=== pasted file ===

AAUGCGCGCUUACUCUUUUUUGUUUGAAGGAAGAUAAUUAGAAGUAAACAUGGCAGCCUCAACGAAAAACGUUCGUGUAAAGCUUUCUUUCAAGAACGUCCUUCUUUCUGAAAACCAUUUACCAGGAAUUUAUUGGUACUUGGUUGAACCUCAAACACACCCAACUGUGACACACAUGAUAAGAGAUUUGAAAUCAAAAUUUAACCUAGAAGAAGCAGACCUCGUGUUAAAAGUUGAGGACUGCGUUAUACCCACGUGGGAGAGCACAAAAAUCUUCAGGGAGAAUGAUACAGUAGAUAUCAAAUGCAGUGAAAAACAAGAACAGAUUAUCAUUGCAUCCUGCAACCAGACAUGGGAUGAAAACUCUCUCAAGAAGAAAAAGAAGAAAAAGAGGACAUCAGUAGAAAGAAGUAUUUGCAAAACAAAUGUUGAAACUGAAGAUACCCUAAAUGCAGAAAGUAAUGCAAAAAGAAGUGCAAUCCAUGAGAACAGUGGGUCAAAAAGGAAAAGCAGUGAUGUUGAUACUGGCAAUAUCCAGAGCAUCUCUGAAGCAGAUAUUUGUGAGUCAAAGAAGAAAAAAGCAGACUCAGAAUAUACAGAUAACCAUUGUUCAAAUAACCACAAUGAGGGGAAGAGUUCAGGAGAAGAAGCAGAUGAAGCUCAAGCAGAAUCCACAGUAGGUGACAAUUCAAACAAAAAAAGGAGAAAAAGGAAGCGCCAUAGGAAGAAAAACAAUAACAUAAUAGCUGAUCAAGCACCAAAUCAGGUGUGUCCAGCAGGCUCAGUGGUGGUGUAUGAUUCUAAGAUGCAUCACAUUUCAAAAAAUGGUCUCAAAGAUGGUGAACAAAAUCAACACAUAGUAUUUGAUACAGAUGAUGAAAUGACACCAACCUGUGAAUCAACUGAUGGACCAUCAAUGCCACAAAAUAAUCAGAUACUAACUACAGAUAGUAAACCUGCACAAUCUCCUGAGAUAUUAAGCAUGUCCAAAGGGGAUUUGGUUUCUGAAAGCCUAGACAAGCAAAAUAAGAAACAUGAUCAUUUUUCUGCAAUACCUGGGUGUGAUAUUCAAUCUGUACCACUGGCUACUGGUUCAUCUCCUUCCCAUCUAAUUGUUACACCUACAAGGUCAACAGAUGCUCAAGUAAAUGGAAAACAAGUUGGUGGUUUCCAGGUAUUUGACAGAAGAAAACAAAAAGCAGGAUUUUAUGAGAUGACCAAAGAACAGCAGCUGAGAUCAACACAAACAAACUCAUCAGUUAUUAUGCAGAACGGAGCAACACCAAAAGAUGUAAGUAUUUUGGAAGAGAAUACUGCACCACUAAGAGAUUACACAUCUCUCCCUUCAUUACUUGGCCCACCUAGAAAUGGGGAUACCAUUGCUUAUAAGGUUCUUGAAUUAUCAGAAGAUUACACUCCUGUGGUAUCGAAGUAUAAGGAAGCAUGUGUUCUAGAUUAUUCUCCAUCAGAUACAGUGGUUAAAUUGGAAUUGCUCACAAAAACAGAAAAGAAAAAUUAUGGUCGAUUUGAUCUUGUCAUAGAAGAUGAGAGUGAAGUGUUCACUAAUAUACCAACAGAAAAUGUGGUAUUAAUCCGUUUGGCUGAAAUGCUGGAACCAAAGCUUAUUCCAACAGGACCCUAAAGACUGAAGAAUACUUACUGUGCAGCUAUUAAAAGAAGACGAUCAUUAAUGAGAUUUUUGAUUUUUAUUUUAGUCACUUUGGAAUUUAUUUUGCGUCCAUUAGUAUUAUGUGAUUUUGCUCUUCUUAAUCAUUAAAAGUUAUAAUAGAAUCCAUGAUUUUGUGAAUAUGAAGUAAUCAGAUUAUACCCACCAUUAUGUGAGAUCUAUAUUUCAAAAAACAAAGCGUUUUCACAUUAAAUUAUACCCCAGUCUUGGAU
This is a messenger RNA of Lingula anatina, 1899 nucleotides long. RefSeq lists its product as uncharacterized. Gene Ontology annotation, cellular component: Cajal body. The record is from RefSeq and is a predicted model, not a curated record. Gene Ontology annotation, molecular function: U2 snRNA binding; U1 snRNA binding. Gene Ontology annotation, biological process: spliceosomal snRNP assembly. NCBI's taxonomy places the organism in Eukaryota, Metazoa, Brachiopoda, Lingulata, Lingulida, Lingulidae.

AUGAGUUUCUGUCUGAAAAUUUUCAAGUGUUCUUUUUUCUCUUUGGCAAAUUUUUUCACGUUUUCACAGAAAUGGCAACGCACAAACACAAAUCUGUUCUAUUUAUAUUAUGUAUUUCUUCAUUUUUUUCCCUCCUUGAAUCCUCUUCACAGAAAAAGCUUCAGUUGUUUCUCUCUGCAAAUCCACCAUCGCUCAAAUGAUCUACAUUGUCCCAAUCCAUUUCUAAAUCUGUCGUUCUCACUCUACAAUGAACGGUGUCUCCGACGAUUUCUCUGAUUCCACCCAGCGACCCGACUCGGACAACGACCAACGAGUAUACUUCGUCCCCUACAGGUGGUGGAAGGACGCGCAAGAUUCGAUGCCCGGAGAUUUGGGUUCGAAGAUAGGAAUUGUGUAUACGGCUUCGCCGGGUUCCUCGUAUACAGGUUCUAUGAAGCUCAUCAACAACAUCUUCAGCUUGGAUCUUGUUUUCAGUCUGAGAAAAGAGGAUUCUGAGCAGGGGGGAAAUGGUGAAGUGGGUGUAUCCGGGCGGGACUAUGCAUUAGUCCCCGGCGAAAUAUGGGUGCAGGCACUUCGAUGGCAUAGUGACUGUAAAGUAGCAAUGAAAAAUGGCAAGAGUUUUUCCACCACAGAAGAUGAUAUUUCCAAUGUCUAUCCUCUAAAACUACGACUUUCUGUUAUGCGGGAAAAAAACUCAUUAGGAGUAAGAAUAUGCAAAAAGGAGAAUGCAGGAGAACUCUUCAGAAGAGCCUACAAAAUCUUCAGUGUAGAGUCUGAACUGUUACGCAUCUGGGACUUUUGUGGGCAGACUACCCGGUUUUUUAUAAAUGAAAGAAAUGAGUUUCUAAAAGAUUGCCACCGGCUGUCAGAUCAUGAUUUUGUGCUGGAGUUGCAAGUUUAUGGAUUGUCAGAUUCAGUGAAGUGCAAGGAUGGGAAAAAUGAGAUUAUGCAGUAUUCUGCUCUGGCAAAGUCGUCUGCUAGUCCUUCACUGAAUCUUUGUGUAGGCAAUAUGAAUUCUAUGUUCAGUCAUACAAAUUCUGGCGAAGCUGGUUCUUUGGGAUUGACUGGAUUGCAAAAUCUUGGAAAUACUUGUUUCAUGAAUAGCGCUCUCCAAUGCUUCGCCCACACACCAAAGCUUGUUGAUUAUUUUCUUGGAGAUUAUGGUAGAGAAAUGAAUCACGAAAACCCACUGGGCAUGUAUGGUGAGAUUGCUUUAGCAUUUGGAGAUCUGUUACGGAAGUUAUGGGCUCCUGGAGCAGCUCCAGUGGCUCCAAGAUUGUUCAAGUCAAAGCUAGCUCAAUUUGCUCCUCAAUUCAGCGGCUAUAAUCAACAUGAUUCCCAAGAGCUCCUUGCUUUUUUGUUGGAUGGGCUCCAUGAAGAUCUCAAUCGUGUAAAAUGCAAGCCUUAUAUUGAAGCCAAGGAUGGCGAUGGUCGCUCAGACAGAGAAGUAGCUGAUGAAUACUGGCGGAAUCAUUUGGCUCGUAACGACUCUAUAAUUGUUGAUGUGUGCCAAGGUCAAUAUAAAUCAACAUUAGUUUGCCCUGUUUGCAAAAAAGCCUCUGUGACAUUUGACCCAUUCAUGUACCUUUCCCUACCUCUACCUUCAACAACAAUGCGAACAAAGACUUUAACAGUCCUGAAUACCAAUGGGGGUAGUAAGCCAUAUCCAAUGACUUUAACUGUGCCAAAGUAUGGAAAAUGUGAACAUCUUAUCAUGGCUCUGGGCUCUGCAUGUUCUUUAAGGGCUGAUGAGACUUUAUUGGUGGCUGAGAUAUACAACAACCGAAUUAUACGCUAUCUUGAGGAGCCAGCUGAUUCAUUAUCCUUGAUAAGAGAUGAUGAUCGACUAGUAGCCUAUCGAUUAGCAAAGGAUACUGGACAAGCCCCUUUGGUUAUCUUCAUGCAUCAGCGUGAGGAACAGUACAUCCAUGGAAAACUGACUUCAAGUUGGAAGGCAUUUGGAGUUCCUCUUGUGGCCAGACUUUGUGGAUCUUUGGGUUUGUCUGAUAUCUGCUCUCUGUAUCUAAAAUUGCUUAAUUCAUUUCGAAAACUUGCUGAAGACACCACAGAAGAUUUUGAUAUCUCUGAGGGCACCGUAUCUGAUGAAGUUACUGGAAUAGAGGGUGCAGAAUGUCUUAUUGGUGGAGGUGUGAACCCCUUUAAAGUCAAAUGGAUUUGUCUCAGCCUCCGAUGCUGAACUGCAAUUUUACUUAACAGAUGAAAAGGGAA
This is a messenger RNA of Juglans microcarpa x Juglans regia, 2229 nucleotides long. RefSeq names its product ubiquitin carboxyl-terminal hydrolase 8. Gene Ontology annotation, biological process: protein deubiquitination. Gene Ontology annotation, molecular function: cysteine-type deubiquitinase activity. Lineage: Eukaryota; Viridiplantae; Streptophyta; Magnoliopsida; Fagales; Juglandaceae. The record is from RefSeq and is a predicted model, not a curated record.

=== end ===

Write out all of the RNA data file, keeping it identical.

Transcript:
AAUGCGCGCUUACUCUUUUUUGUUUGAAGGAAGAUAAUUAGAAGUAAACAUGGCAGCCUCAACGAAAAACGUUCGUGUAAAGCUUUCUUUCAAGAACGUCCUUCUUUCUGAAAACCAUUUACCAGGAAUUUAUUGGUACUUGGUUGAACCUCAAACACACCCAACUGUGACACACAUGAUAAGAGAUUUGAAAUCAAAAUUUAACCUAGAAGAAGCAGACCUCGUGUUAAAAGUUGAGGACUGCGUUAUACCCACGUGGGAGAGCACAAAAAUCUUCAGGGAGAAUGAUACAGUAGAUAUCAAAUGCAGUGAAAAACAAGAACAGAUUAUCAUUGCAUCCUGCAACCAGACAUGGGAUGAAAACUCUCUCAAGAAGAAAAAGAAGAAAAAGAGGACAUCAGUAGAAAGAAGUAUUUGCAAAACAAAUGUUGAAACUGAAGAUACCCUAAAUGCAGAAAGUAAUGCAAAAAGAAGUGCAAUCCAUGAGAACAGUGGGUCAAAAAGGAAAAGCAGUGAUGUUGAUACUGGCAAUAUCCAGAGCAUCUCUGAAGCAGAUAUUUGUGAGUCAAAGAAGAAAAAAGCAGACUCAGAAUAUACAGAUAACCAUUGUUCAAAUAACCACAAUGAGGGGAAGAGUUCAGGAGAAGAAGCAGAUGAAGCUCAAGCAGAAUCCACAGUAGGUGACAAUUCAAACAAAAAAAGGAGAAAAAGGAAGCGCCAUAGGAAGAAAAACAAUAACAUAAUAGCUGAUCAAGCACCAAAUCAGGUGUGUCCAGCAGGCUCAGUGGUGGUGUAUGAUUCUAAGAUGCAUCACAUUUCAAAAAAUGGUCUCAAAGAUGGUGAACAAAAUCAACACAUAGUAUUUGAUACAGAUGAUGAAAUGACACCAACCUGUGAAUCAACUGAUGGACCAUCAAUGCCACAAAAUAAUCAGAUACUAACUACAGAUAGUAAACCUGCACAAUCUCCUGAGAUAUUAAGCAUGUCCAAAGGGGAUUUGGUUUCUGAAAGCCUAGACAAGCAAAAUAAGAAACAUGAUCAUUUUUCUGCAAUACCUGGGUGUGAUAUUCAAUCUGUACCACUGGCUACUGGUUCAUCUCCUUCCCAUCUAAUUGUUACACCUACAAGGUCAACAGAUGCUCAAGUAAAUGGAAAACAAGUUGGUGGUUUCCAGGUAUUUGACAGAAGAAAACAAAAAGCAGGAUUUUAUGAGAUGACCAAAGAACAGCAGCUGAGAUCAACACAAACAAACUCAUCAGUUAUUAUGCAGAACGGAGCAACACCAAAAGAUGUAAGUAUUUUGGAAGAGAAUACUGCACCACUAAGAGAUUACACAUCUCUCCCUUCAUUACUUGGCCCACCUAGAAAUGGGGAUACCAUUGCUUAUAAGGUUCUUGAAUUAUCAGAAGAUUACACUCCUGUGGUAUCGAAGUAUAAGGAAGCAUGUGUUCUAGAUUAUUCUCCAUCAGAUACAGUGGUUAAAUUGGAAUUGCUCACAAAAACAGAAAAGAAAAAUUAUGGUCGAUUUGAUCUUGUCAUAGAAGAUGAGAGUGAAGUGUUCACUAAUAUACCAACAGAAAAUGUGGUAUUAAUCCGUUUGGCUGAAAUGCUGGAACCAAAGCUUAUUCCAACAGGACCCUAAAGACUGAAGAAUACUUACUGUGCAGCUAUUAAAAGAAGACGAUCAUUAAUGAGAUUUUUGAUUUUUAUUUUAGUCACUUUGGAAUUUAUUUUGCGUCCAUUAGUAUUAUGUGAUUUUGCUCUUCUUAAUCAUUAAAAGUUAUAAUAGAAUCCAUGAUUUUGUGAAUAUGAAGUAAUCAGAUUAUACCCACCAUUAUGUGAGAUCUAUAUUUCAAAAAACAAAGCGUUUUCACAUUAAAUUAUACCCCAGUCUUGGAU
This is a messenger RNA of Lingula anatina, 1899 nucleotides long. RefSeq lists its product as uncharacterized. Gene Ontology annotation, cellular component: Cajal body. The record is from RefSeq and is a predicted model, not a curated record. Gene Ontology annotation, molecular function: U2 snRNA binding; U1 snRNA binding. Gene Ontology annotation, biological process: spliceosomal snRNP assembly. NCBI's taxonomy places the organism in Eukaryota, Metazoa, Brachiopoda, Lingulata, Lingulida, Lingulidae.

AUGAGUUUCUGUCUGAAAAUUUUCAAGUGUUCUUUUUUCUCUUUGGCAAAUUUUUUCACGUUUUCACAGAAAUGGCAACGCACAAACACAAAUCUGUUCUAUUUAUAUUAUGUAUUUCUUCAUUUUUUUCCCUCCUUGAAUCCUCUUCACAGAAAAAGCUUCAGUUGUUUCUCUCUGCAAAUCCACCAUCGCUCAAAUGAUCUACAUUGUCCCAAUCCAUUUCUAAAUCUGUCGUUCUCACUCUACAAUGAACGGUGUCUCCGACGAUUUCUCUGAUUCCACCCAGCGACCCGACUCGGACAACGACCAACGAGUAUACUUCGUCCCCUACAGGUGGUGGAAGGACGCGCAAGAUUCGAUGCCCGGAGAUUUGGGUUCGAAGAUAGGAAUUGUGUAUACGGCUUCGCCGGGUUCCUCGUAUACAGGUUCUAUGAAGCUCAUCAACAACAUCUUCAGCUUGGAUCUUGUUUUCAGUCUGAGAAAAGAGGAUUCUGAGCAGGGGGGAAAUGGUGAAGUGGGUGUAUCCGGGCGGGACUAUGCAUUAGUCCCCGGCGAAAUAUGGGUGCAGGCACUUCGAUGGCAUAGUGACUGUAAAGUAGCAAUGAAAAAUGGCAAGAGUUUUUCCACCACAGAAGAUGAUAUUUCCAAUGUCUAUCCUCUAAAACUACGACUUUCUGUUAUGCGGGAAAAAAACUCAUUAGGAGUAAGAAUAUGCAAAAAGGAGAAUGCAGGAGAACUCUUCAGAAGAGCCUACAAAAUCUUCAGUGUAGAGUCUGAACUGUUACGCAUCUGGGACUUUUGUGGGCAGACUACCCGGUUUUUUAUAAAUGAAAGAAAUGAGUUUCUAAAAGAUUGCCACCGGCUGUCAGAUCAUGAUUUUGUGCUGGAGUUGCAAGUUUAUGGAUUGUCAGAUUCAGUGAAGUGCAAGGAUGGGAAAAAUGAGAUUAUGCAGUAUUCUGCUCUGGCAAAGUCGUCUGCUAGUCCUUCACUGAAUCUUUGUGUAGGCAAUAUGAAUUCUAUGUUCAGUCAUACAAAUUCUGGCGAAGCUGGUUCUUUGGGAUUGACUGGAUUGCAAAAUCUUGGAAAUACUUGUUUCAUGAAUAGCGCUCUCCAAUGCUUCGCCCACACACCAAAGCUUGUUGAUUAUUUUCUUGGAGAUUAUGGUAGAGAAAUGAAUCACGAAAACCCACUGGGCAUGUAUGGUGAGAUUGCUUUAGCAUUUGGAGAUCUGUUACGGAAGUUAUGGGCUCCUGGAGCAGCUCCAGUGGCUCCAAGAUUGUUCAAGUCAAAGCUAGCUCAAUUUGCUCCUCAAUUCAGCGGCUAUAAUCAACAUGAUUCCCAAGAGCUCCUUGCUUUUUUGUUGGAUGGGCUCCAUGAAGAUCUCAAUCGUGUAAAAUGCAAGCCUUAUAUUGAAGCCAAGGAUGGCGAUGGUCGCUCAGACAGAGAAGUAGCUGAUGAAUACUGGCGGAAUCAUUUGGCUCGUAACGACUCUAUAAUUGUUGAUGUGUGCCAAGGUCAAUAUAAAUCAACAUUAGUUUGCCCUGUUUGCAAAAAAGCCUCUGUGACAUUUGACCCAUUCAUGUACCUUUCCCUACCUCUACCUUCAACAACAAUGCGAACAAAGACUUUAACAGUCCUGAAUACCAAUGGGGGUAGUAAGCCAUAUCCAAUGACUUUAACUGUGCCAAAGUAUGGAAAAUGUGAACAUCUUAUCAUGGCUCUGGGCUCUGCAUGUUCUUUAAGGGCUGAUGAGACUUUAUUGGUGGCUGAGAUAUACAACAACCGAAUUAUACGCUAUCUUGAGGAGCCAGCUGAUUCAUUAUCCUUGAUAAGAGAUGAUGAUCGACUAGUAGCCUAUCGAUUAGCAAAGGAUACUGGACAAGCCCCUUUGGUUAUCUUCAUGCAUCAGCGUGAGGAACAGUACAUCCAUGGAAAACUGACUUCAAGUUGGAAGGCAUUUGGAGUUCCUCUUGUGGCCAGACUUUGUGGAUCUUUGGGUUUGUCUGAUAUCUGCUCUCUGUAUCUAAAAUUGCUUAAUUCAUUUCGAAAACUUGCUGAAGACACCACAGAAGAUUUUGAUAUCUCUGAGGGCACCGUAUCUGAUGAAGUUACUGGAAUAGAGGGUGCAGAAUGUCUUAUUGGUGGAGGUGUGAACCCCUUUAAAGUCAAAUGGAUUUGUCUCAGCCUCCGAUGCUGAACUGCAAUUUUACUUAACAGAUGAAAAGGGAA
This is a messenger RNA of Juglans microcarpa x Juglans regia, 2229 nucleotides long. RefSeq names its product ubiquitin carboxyl-terminal hydrolase 8. Gene Ontology annotation, biological process: protein deubiquitination. Gene Ontology annotation, molecular function: cysteine-type deubiquitinase activity. Lineage: Eukaryota; Viridiplantae; Streptophyta; Magnoliopsida; Fagales; Juglandaceae. The record is from RefSeq and is a predicted model, not a curated record.